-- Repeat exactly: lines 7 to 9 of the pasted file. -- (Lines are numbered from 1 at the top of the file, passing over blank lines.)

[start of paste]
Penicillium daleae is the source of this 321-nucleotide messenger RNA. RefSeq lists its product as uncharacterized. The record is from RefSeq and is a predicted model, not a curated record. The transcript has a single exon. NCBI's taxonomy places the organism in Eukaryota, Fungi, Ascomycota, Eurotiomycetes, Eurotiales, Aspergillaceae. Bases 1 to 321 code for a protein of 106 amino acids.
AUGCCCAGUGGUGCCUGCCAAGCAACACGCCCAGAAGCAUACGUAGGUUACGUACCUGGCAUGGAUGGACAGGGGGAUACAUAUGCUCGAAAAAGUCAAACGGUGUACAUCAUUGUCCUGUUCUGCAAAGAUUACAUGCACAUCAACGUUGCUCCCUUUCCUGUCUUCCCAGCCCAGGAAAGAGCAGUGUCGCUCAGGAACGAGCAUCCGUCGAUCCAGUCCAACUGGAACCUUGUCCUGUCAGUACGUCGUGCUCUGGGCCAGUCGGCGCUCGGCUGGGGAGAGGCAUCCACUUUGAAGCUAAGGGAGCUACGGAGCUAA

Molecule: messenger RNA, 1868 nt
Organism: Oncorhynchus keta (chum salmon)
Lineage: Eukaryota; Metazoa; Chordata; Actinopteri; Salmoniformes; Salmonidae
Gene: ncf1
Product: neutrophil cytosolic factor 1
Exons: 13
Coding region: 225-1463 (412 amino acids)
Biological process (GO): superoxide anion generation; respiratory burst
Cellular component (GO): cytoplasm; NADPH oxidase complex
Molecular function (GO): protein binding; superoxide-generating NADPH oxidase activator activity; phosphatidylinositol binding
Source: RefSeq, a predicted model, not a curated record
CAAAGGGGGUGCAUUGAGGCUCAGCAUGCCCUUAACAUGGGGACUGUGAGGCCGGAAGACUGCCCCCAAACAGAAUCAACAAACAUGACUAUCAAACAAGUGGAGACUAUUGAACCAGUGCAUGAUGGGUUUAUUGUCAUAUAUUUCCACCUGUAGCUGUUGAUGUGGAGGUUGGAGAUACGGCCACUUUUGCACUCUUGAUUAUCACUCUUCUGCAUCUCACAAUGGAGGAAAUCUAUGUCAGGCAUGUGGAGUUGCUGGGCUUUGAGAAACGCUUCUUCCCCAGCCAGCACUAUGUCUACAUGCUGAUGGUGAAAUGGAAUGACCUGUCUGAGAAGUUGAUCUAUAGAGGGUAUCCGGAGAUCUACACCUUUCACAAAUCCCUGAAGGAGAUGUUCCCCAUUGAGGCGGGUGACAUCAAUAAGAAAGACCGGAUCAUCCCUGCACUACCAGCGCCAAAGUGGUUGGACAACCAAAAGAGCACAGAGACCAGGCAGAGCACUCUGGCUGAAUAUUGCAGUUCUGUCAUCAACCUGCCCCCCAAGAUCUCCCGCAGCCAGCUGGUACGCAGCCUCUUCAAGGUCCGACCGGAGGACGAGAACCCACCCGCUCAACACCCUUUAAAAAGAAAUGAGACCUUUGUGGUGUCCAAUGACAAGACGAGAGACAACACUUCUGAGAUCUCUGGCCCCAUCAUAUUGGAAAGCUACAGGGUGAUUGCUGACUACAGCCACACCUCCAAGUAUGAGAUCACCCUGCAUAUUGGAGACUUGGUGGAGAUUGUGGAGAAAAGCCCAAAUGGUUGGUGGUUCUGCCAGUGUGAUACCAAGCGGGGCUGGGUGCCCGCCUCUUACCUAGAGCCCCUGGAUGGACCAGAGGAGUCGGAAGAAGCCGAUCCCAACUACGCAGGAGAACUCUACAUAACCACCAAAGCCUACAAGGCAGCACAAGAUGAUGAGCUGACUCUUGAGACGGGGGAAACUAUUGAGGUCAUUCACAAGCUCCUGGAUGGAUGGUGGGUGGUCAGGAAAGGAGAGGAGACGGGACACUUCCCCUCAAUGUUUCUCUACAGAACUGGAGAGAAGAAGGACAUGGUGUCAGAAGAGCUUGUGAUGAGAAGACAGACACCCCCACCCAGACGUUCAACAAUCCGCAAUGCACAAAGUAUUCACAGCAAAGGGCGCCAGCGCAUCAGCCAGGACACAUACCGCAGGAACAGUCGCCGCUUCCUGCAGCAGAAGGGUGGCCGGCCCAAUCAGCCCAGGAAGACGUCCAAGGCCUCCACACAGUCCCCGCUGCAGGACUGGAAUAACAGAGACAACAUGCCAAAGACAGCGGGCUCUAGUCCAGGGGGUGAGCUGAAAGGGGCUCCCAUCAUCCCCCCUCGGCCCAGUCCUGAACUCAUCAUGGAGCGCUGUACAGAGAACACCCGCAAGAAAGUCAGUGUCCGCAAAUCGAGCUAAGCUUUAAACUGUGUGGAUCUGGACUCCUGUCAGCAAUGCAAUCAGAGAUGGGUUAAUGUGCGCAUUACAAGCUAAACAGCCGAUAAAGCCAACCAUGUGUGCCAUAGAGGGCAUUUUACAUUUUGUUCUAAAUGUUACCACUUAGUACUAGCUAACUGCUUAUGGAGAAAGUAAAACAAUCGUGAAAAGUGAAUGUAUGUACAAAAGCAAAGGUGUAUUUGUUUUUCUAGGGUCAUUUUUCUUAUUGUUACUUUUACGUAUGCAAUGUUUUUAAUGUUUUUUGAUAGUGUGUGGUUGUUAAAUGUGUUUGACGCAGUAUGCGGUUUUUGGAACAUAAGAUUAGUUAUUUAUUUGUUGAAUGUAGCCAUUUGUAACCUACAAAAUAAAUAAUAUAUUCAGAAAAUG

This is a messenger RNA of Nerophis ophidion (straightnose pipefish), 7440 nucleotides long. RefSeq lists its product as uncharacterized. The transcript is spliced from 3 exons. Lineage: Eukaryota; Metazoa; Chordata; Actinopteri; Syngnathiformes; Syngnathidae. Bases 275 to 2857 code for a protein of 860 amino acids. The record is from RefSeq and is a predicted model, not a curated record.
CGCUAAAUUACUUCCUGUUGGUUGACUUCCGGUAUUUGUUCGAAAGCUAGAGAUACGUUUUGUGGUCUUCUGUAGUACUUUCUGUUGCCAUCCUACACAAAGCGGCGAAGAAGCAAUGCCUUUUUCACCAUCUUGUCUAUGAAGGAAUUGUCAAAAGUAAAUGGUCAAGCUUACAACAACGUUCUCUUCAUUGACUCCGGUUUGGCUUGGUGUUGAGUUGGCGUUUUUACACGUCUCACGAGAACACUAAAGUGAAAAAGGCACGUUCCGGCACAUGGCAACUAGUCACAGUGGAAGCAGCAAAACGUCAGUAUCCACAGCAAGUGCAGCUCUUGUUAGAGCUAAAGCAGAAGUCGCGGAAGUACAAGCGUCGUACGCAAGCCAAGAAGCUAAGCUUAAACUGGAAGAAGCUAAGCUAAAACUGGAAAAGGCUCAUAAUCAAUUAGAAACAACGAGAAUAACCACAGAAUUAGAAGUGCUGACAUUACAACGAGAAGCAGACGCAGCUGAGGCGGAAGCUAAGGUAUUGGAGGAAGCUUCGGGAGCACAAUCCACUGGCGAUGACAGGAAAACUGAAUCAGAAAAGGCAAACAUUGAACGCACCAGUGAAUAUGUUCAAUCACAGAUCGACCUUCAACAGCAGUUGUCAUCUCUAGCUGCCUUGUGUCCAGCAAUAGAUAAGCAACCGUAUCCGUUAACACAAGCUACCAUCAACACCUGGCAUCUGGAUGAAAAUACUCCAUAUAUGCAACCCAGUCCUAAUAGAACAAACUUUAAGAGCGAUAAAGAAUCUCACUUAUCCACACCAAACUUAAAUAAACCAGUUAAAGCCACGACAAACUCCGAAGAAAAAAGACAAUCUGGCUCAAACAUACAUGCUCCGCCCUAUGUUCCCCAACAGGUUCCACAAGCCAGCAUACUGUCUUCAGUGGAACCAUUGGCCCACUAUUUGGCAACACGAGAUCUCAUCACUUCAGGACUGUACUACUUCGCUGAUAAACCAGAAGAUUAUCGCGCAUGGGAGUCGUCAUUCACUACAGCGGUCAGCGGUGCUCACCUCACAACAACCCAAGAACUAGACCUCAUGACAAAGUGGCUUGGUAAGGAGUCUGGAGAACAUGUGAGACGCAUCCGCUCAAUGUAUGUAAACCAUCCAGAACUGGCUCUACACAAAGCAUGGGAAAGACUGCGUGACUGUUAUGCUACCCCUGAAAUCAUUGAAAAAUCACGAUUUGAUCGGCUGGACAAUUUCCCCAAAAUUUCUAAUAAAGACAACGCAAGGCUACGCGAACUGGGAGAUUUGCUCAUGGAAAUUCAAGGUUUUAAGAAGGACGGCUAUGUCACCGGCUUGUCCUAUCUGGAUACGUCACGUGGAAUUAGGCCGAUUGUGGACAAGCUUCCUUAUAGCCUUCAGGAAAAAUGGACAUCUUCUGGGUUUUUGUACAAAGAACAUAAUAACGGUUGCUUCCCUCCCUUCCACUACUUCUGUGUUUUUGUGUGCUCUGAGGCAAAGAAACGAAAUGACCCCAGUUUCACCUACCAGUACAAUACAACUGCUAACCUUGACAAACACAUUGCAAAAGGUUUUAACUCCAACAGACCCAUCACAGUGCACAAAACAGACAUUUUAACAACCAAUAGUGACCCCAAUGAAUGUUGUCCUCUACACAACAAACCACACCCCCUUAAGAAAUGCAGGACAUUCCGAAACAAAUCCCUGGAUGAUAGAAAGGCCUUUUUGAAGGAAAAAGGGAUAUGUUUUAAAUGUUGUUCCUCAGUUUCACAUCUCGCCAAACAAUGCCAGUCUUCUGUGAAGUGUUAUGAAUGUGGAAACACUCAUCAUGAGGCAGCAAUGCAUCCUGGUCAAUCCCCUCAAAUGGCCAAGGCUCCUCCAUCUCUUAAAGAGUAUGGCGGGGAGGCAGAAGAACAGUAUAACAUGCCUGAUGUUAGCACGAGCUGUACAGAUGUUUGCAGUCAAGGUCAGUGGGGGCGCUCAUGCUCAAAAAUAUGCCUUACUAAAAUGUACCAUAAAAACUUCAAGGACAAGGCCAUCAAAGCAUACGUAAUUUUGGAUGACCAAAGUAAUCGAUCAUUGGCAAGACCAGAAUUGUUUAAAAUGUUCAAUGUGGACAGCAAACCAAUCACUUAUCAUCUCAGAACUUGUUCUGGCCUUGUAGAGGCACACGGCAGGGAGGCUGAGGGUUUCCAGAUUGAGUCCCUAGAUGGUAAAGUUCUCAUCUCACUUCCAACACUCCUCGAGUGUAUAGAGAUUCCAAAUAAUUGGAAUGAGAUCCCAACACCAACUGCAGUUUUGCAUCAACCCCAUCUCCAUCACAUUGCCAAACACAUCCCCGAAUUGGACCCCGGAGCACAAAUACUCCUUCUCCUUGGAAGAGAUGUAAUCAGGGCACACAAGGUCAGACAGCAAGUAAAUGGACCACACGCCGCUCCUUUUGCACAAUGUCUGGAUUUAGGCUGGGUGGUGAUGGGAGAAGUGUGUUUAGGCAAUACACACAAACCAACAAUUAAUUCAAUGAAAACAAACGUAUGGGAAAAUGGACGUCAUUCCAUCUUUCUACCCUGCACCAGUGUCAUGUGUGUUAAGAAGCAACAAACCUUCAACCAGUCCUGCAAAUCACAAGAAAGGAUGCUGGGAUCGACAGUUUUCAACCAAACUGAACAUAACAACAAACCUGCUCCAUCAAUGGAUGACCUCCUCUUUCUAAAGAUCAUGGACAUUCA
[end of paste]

Product: neutrophil cytosolic factor 1
Exons: 13
Coding region: 225-1463 (412 amino acids)